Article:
ASRock Core 100HT-BD : Bringing HTPCs to the Mainstream Market [UPDATED : Noise Issue]by Ganesh T S on July 19, 2010 9:34 PM EST
HTPC enthusiasts are rightly concerned about the noise factor, heat and power consumption, ease of usage and many other criteria. We will tackle each of these concerns one by one in this section.
ASRock claims that the Core 100 HT-BD produces less than 25dB of noise. Under lab testing conditions, such performance is indeed possible. We decided to get hold of one of the sound meters used in setting up home theater speakers to verify whether the claims were true. Being a hobbyist sound meter, it wasn't very sensitive. The measurable sound range was only 50 - 130 dB, and there was a concern that the Core 100 would be too silent for the sound meter to pick up. As it turned out, while running Prime95 at full throttle (100% CPU utilization), the fans kicked in at full speed.
The sound meter registered between 53 and 55 dB very close to the unit. [ See UPDATE below for a more practical measurement ]
The fan noise is quite audible if one sits very close to the unit. From 8 ft away, even with the unit in the open, we could barely hear it. Noise, however, is a very subjective issue. We hope the quoted number will help give readers an idea of how noisy the system gets when fully loaded. If the unit is going to be installed inside a cabinet of some sort, the noise factor becomes a non-issue.
UPDATE: One of the reasons we kept our sound detector very close to the unit was because it refused to register any measurement at the usual practical distances. While waiting to get hold of a more sensitive sound meter, we asked ASRock for lab results of sound measurement at full throttle. They were happy to oblige us with the following photographs and video from their anechoic chamber. It appears that the sound level is less than 35dB at a distance of 2 ft. even with all fans in action.
In order to get an idea of the power consumption numbers, the Prime95 benchmark was let run overnight to keep the system completely loaded for an extended duration. All the four 'cores' of the CPU were pegged at 100% throughout, and we found an average power consumption of less than 48 W. At idle, the system consumed around 18 W.
These type of power consumption numbers have been enabled by ASRock's choice of going in for an Arrandale instead of a Clarkdale platform. This has resulted in a smaller form factor case design for the mini-ITX motherboard. Since there is not much heat to be dissipated, the cooling system is also appropriately small and silent.
Ease of Use
HTPC enthusiasts are concerned about how easy it is for their system to come out of standby. Existence of HDMI handshake issues upon return from standby is also a deal breaker for many. Fortunately, the Core 100 HT-BD has no issues in these two aspects. As long as the AC power adapter is connected to the system, the bundled MCE remote can be used to boot the system (even if the PC had been shut down previously). In order to shorten the boot times, ASRock supplies an Instant Boot utility. Using this, whenver the Core 100 HT-BD is shut down, it boots up once again and shuts down before the power can be safely removed. Upon power up, the boot up is instantaneous. If the user wants to put the PC in sleep mode, ASRock also supplies a Goodnight LED feature in the BIOS, which turns off the bright blue blinking LED in front. The MCE remote can also be used to bring the PC out of sleep mode.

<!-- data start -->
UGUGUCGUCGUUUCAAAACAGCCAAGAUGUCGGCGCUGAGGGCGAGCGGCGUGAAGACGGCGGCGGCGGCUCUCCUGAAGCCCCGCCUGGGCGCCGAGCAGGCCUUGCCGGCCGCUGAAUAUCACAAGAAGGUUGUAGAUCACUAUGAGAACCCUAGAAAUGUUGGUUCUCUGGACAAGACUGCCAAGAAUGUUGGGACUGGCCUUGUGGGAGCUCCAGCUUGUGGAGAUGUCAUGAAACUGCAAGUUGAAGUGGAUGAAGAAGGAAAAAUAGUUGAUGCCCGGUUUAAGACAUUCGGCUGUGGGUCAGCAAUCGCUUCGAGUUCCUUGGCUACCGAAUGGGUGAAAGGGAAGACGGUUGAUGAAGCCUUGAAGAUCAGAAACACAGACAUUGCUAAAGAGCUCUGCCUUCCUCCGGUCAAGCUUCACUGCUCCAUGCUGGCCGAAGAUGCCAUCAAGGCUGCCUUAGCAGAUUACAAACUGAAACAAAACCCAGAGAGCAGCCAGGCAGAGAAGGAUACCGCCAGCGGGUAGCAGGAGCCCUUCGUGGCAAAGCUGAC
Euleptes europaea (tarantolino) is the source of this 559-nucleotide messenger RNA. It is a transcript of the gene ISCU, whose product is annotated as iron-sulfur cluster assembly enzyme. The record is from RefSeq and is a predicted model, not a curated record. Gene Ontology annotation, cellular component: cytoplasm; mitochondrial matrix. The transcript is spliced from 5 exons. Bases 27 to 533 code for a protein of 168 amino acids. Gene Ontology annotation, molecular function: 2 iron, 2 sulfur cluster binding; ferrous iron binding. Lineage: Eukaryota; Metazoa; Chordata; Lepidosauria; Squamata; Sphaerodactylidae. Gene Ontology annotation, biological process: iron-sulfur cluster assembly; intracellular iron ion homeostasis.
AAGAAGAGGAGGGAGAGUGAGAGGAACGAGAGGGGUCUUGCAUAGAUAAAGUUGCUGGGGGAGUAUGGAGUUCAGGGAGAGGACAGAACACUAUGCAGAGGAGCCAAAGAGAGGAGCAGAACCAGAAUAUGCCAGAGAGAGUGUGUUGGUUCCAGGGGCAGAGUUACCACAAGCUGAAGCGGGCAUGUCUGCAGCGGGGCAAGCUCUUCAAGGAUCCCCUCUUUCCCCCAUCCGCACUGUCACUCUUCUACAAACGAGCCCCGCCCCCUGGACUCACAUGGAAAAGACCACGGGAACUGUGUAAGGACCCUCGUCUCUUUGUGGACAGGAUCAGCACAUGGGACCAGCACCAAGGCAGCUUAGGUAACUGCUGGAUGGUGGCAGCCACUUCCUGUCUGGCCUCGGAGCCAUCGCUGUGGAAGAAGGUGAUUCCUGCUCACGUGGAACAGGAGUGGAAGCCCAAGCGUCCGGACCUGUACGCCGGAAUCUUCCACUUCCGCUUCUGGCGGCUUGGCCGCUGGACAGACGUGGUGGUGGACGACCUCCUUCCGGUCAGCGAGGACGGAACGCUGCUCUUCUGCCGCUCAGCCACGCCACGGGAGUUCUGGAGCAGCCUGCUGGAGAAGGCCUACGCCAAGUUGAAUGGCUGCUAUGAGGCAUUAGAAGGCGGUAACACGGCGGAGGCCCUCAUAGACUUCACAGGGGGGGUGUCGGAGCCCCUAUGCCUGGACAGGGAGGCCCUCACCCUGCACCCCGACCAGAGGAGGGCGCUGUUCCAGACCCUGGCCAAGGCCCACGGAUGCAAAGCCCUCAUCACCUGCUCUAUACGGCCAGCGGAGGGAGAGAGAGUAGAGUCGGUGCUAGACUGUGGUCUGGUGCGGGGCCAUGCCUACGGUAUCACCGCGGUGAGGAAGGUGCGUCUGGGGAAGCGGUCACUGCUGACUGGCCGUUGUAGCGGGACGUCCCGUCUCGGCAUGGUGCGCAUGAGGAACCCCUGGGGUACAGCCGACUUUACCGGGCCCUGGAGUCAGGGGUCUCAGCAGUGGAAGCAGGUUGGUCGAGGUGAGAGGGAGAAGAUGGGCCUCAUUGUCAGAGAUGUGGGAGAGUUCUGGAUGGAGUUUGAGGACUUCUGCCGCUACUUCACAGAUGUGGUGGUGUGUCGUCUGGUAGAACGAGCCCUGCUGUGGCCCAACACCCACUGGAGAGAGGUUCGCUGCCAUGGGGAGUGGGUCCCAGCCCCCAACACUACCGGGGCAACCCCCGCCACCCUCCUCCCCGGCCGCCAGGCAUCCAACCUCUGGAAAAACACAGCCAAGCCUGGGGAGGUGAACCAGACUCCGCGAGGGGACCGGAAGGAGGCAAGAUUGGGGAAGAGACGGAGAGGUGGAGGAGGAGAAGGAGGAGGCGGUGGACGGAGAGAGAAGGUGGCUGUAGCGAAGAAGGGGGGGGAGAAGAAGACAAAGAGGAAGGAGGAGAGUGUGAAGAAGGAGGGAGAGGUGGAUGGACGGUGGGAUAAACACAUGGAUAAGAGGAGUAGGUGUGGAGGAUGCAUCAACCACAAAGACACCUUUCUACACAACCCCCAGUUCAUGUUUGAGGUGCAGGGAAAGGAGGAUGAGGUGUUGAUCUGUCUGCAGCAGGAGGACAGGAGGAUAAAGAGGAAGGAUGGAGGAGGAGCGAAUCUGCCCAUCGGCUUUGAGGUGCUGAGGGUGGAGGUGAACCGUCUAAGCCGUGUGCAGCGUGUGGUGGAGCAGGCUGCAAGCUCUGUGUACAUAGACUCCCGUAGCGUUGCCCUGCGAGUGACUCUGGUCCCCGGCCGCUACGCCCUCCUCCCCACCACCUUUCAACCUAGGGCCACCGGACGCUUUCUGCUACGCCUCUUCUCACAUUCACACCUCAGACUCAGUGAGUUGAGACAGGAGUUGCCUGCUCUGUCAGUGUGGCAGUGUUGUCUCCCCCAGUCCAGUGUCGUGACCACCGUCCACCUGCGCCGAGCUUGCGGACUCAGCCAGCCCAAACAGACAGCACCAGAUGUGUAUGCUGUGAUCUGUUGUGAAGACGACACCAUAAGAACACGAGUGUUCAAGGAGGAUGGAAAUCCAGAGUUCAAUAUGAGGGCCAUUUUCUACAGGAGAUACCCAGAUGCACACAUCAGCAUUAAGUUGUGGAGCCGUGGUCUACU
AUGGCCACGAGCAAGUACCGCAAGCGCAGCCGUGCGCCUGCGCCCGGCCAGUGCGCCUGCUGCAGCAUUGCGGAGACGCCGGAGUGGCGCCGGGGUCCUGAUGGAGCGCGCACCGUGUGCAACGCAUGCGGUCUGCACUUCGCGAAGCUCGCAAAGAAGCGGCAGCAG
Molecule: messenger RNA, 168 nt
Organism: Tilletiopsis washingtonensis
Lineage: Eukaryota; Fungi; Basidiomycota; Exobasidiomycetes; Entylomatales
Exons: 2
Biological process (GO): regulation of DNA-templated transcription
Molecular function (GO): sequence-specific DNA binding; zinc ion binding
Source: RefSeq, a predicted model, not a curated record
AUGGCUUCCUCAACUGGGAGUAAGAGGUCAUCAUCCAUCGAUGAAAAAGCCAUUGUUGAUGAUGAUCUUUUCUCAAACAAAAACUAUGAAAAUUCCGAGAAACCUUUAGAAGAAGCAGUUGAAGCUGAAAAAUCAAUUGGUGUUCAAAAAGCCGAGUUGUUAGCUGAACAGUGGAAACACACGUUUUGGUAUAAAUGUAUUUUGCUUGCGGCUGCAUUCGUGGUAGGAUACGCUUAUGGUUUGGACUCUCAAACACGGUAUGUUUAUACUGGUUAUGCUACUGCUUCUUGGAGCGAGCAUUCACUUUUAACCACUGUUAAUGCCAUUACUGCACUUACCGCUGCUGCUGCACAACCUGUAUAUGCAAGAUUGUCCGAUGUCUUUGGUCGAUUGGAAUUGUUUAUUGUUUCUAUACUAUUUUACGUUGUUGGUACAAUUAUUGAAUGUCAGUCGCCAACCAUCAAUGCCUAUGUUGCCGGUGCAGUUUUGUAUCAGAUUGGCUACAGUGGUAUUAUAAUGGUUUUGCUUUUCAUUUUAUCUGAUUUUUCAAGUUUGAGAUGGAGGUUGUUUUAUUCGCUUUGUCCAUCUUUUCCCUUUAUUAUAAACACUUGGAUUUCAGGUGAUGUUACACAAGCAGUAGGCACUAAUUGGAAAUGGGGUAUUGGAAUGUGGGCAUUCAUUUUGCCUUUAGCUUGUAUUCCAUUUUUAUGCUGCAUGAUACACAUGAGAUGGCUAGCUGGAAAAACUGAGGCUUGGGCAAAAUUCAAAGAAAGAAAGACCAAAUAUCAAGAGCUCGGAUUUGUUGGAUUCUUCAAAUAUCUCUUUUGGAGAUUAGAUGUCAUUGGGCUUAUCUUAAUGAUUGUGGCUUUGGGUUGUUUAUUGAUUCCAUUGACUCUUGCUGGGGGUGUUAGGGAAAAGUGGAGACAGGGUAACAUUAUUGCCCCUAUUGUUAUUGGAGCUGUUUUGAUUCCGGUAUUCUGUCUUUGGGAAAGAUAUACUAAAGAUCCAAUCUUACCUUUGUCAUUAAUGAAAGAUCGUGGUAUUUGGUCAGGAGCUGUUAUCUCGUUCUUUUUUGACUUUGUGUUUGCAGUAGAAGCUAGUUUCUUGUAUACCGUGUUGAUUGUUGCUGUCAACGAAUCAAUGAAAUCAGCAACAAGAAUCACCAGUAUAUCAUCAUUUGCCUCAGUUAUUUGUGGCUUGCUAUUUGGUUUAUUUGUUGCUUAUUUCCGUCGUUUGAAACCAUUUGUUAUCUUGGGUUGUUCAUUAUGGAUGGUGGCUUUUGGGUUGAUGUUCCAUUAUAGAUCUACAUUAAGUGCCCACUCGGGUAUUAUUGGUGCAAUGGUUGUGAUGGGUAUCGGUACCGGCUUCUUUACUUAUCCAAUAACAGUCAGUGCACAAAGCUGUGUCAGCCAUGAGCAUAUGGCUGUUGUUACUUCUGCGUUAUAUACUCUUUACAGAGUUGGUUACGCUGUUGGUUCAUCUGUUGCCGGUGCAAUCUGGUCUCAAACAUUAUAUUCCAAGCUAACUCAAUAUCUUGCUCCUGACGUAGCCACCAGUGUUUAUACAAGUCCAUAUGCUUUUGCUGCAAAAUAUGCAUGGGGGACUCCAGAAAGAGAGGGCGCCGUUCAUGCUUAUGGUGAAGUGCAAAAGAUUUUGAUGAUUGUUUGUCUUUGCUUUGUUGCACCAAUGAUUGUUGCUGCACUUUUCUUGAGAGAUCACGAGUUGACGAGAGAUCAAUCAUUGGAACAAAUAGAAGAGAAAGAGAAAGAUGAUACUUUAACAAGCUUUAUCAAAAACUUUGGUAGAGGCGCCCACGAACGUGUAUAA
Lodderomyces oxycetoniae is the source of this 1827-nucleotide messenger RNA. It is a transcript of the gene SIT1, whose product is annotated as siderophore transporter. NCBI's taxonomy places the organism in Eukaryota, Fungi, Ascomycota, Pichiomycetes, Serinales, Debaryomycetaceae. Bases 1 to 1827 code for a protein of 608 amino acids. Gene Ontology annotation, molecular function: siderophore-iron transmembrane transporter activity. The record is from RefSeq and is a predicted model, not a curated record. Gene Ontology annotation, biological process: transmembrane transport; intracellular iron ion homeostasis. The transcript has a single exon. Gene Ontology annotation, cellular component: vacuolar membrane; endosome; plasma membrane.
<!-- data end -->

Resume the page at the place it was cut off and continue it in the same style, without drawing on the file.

Within Windows, the MCE remote can be made to work with a variety of applications such as XBMC, MediaPortal, MPC-HC and of course, Windows 7 Media Center. Blu Ray players such as PowerDVD and ArcSoft TMT can also be controlled with the help of the MCE remote. For the ideal I/O scenario, one probably needs to purchase a wireless keyboard / mouse combo.
It was seen in an earlier section that the Core 100 HT-BD happened to score quite well in the Anandtech Media Streamer Test Suite. The unit could playback all files using one program or the other, and people expect nothing else from a HTPC. Unfortunately, there is no single unified interface (from XBMC or MediaPortal or any other similar program) which could successfully play back all the files from within. There is definitely an ease of use issue existing here. However, this is not ASRock's fault, and will probably continue to exist on all Clarkdale / Arrandale platforms. Hopefully, projects such as XBMC's DSPlayer mature rapidly to alleviate this problem.